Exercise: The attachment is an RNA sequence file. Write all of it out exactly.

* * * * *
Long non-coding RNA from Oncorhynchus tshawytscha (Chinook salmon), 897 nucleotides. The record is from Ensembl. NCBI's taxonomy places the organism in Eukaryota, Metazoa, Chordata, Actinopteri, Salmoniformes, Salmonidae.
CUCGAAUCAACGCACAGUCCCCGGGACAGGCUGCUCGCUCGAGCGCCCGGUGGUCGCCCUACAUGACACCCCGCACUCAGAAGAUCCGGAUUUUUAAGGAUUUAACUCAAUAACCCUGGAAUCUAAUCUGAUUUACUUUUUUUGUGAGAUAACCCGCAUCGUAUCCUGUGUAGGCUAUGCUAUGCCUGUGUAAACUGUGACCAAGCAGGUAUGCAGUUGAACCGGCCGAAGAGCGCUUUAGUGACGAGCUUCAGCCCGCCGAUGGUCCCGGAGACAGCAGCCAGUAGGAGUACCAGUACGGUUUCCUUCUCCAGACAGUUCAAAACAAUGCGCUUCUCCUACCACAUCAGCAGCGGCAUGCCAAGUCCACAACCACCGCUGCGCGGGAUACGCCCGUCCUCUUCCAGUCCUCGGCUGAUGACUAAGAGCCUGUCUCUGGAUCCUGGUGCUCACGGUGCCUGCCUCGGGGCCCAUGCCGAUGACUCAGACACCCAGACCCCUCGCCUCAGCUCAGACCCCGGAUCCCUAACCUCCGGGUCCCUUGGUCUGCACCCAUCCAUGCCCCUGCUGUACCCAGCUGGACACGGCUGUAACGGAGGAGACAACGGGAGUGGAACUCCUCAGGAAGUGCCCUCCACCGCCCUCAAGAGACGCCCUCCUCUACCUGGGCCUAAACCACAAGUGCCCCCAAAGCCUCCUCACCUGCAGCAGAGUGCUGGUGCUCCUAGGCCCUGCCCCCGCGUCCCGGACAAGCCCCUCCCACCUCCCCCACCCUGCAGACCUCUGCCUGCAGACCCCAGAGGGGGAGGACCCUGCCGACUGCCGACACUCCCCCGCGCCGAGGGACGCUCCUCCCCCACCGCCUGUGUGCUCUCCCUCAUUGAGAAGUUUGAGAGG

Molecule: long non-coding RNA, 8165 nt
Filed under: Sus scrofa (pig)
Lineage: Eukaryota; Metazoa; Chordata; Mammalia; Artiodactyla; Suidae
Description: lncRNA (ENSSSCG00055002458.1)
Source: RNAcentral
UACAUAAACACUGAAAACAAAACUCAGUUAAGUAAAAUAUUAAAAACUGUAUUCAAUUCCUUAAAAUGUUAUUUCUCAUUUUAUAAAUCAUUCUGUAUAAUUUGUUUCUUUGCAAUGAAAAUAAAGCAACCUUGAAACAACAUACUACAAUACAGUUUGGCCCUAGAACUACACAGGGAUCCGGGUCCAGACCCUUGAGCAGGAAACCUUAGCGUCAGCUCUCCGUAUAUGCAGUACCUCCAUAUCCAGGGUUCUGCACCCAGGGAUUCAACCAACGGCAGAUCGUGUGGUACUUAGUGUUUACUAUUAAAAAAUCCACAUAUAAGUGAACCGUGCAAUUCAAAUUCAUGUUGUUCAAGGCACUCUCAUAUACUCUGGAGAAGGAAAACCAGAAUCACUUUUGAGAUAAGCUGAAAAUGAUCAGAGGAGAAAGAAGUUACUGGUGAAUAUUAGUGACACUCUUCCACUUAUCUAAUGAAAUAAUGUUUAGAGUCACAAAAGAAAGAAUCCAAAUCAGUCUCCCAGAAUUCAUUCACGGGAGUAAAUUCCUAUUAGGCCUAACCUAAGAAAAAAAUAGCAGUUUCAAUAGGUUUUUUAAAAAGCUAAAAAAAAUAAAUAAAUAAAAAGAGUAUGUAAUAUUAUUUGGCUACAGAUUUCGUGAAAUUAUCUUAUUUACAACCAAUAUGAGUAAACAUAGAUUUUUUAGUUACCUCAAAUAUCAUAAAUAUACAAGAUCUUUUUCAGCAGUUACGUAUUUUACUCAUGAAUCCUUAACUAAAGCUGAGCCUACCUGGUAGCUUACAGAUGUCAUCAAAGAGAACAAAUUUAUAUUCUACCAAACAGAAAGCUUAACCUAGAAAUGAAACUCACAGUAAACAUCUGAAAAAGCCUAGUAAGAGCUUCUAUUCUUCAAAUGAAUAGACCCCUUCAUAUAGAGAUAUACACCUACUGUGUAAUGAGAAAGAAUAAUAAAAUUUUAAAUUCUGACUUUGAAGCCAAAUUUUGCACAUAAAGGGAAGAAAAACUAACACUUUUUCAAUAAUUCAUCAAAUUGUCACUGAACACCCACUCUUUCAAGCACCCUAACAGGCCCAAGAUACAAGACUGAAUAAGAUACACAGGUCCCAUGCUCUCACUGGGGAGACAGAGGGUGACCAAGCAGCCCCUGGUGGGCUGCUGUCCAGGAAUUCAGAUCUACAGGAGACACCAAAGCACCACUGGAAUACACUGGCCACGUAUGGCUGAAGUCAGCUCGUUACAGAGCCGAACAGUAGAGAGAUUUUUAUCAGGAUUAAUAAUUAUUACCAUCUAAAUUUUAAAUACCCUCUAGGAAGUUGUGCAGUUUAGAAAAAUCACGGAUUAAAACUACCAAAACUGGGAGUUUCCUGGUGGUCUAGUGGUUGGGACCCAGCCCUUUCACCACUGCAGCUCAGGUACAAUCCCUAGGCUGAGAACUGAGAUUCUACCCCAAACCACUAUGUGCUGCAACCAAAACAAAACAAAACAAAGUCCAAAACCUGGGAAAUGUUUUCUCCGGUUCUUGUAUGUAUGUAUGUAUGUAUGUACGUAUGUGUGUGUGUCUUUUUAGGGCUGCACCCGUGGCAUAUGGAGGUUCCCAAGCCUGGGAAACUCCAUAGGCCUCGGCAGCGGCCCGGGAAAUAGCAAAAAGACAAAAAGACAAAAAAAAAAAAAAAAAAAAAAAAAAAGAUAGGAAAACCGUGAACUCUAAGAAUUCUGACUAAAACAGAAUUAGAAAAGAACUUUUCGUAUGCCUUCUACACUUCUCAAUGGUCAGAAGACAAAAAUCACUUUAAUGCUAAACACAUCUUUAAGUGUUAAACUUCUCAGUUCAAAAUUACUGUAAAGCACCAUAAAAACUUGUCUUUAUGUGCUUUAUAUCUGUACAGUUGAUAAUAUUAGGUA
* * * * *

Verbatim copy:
Long non-coding RNA from Oncorhynchus tshawytscha (Chinook salmon), 897 nucleotides. The record is from Ensembl. NCBI's taxonomy places the organism in Eukaryota, Metazoa, Chordata, Actinopteri, Salmoniformes, Salmonidae.
CUCGAAUCAACGCACAGUCCCCGGGACAGGCUGCUCGCUCGAGCGCCCGGUGGUCGCCCUACAUGACACCCCGCACUCAGAAGAUCCGGAUUUUUAAGGAUUUAACUCAAUAACCCUGGAAUCUAAUCUGAUUUACUUUUUUUGUGAGAUAACCCGCAUCGUAUCCUGUGUAGGCUAUGCUAUGCCUGUGUAAACUGUGACCAAGCAGGUAUGCAGUUGAACCGGCCGAAGAGCGCUUUAGUGACGAGCUUCAGCCCGCCGAUGGUCCCGGAGACAGCAGCCAGUAGGAGUACCAGUACGGUUUCCUUCUCCAGACAGUUCAAAACAAUGCGCUUCUCCUACCACAUCAGCAGCGGCAUGCCAAGUCCACAACCACCGCUGCGCGGGAUACGCCCGUCCUCUUCCAGUCCUCGGCUGAUGACUAAGAGCCUGUCUCUGGAUCCUGGUGCUCACGGUGCCUGCCUCGGGGCCCAUGCCGAUGACUCAGACACCCAGACCCCUCGCCUCAGCUCAGACCCCGGAUCCCUAACCUCCGGGUCCCUUGGUCUGCACCCAUCCAUGCCCCUGCUGUACCCAGCUGGACACGGCUGUAACGGAGGAGACAACGGGAGUGGAACUCCUCAGGAAGUGCCCUCCACCGCCCUCAAGAGACGCCCUCCUCUACCUGGGCCUAAACCACAAGUGCCCCCAAAGCCUCCUCACCUGCAGCAGAGUGCUGGUGCUCCUAGGCCCUGCCCCCGCGUCCCGGACAAGCCCCUCCCACCUCCCCCACCCUGCAGACCUCUGCCUGCAGACCCCAGAGGGGGAGGACCCUGCCGACUGCCGACACUCCCCCGCGCCGAGGGACGCUCCUCCCCCACCGCCUGUGUGCUCUCCCUCAUUGAGAAGUUUGAGAGG

Molecule: long non-coding RNA, 8165 nt
Filed under: Sus scrofa (pig)
Lineage: Eukaryota; Metazoa; Chordata; Mammalia; Artiodactyla; Suidae
Description: lncRNA (ENSSSCG00055002458.1)
Source: RNAcentral
UACAUAAACACUGAAAACAAAACUCAGUUAAGUAAAAUAUUAAAAACUGUAUUCAAUUCCUUAAAAUGUUAUUUCUCAUUUUAUAAAUCAUUCUGUAUAAUUUGUUUCUUUGCAAUGAAAAUAAAGCAACCUUGAAACAACAUACUACAAUACAGUUUGGCCCUAGAACUACACAGGGAUCCGGGUCCAGACCCUUGAGCAGGAAACCUUAGCGUCAGCUCUCCGUAUAUGCAGUACCUCCAUAUCCAGGGUUCUGCACCCAGGGAUUCAACCAACGGCAGAUCGUGUGGUACUUAGUGUUUACUAUUAAAAAAUCCACAUAUAAGUGAACCGUGCAAUUCAAAUUCAUGUUGUUCAAGGCACUCUCAUAUACUCUGGAGAAGGAAAACCAGAAUCACUUUUGAGAUAAGCUGAAAAUGAUCAGAGGAGAAAGAAGUUACUGGUGAAUAUUAGUGACACUCUUCCACUUAUCUAAUGAAAUAAUGUUUAGAGUCACAAAAGAAAGAAUCCAAAUCAGUCUCCCAGAAUUCAUUCACGGGAGUAAAUUCCUAUUAGGCCUAACCUAAGAAAAAAAUAGCAGUUUCAAUAGGUUUUUUAAAAAGCUAAAAAAAAUAAAUAAAUAAAAAGAGUAUGUAAUAUUAUUUGGCUACAGAUUUCGUGAAAUUAUCUUAUUUACAACCAAUAUGAGUAAACAUAGAUUUUUUAGUUACCUCAAAUAUCAUAAAUAUACAAGAUCUUUUUCAGCAGUUACGUAUUUUACUCAUGAAUCCUUAACUAAAGCUGAGCCUACCUGGUAGCUUACAGAUGUCAUCAAAGAGAACAAAUUUAUAUUCUACCAAACAGAAAGCUUAACCUAGAAAUGAAACUCACAGUAAACAUCUGAAAAAGCCUAGUAAGAGCUUCUAUUCUUCAAAUGAAUAGACCCCUUCAUAUAGAGAUAUACACCUACUGUGUAAUGAGAAAGAAUAAUAAAAUUUUAAAUUCUGACUUUGAAGCCAAAUUUUGCACAUAAAGGGAAGAAAAACUAACACUUUUUCAAUAAUUCAUCAAAUUGUCACUGAACACCCACUCUUUCAAGCACCCUAACAGGCCCAAGAUACAAGACUGAAUAAGAUACACAGGUCCCAUGCUCUCACUGGGGAGACAGAGGGUGACCAAGCAGCCCCUGGUGGGCUGCUGUCCAGGAAUUCAGAUCUACAGGAGACACCAAAGCACCACUGGAAUACACUGGCCACGUAUGGCUGAAGUCAGCUCGUUACAGAGCCGAACAGUAGAGAGAUUUUUAUCAGGAUUAAUAAUUAUUACCAUCUAAAUUUUAAAUACCCUCUAGGAAGUUGUGCAGUUUAGAAAAAUCACGGAUUAAAACUACCAAAACUGGGAGUUUCCUGGUGGUCUAGUGGUUGGGACCCAGCCCUUUCACCACUGCAGCUCAGGUACAAUCCCUAGGCUGAGAACUGAGAUUCUACCCCAAACCACUAUGUGCUGCAACCAAAACAAAACAAAACAAAGUCCAAAACCUGGGAAAUGUUUUCUCCGGUUCUUGUAUGUAUGUAUGUAUGUAUGUACGUAUGUGUGUGUGUCUUUUUAGGGCUGCACCCGUGGCAUAUGGAGGUUCCCAAGCCUGGGAAACUCCAUAGGCCUCGGCAGCGGCCCGGGAAAUAGCAAAAAGACAAAAAGACAAAAAAAAAAAAAAAAAAAAAAAAAAAGAUAGGAAAACCGUGAACUCUAAGAAUUCUGACUAAAACAGAAUUAGAAAAGAACUUUUCGUAUGCCUUCUACACUUCUCAAUGGUCAGAAGACAAAAAUCACUUUAAUGCUAAACACAUCUUUAAGUGUUAAACUUCUCAGUUCAAAAUUACUGUAAAGCACCAUAAAAACUUGUCUUUAUGUGCUUUAUAUCUGUACAGUUGAUAAUAUUAGGUA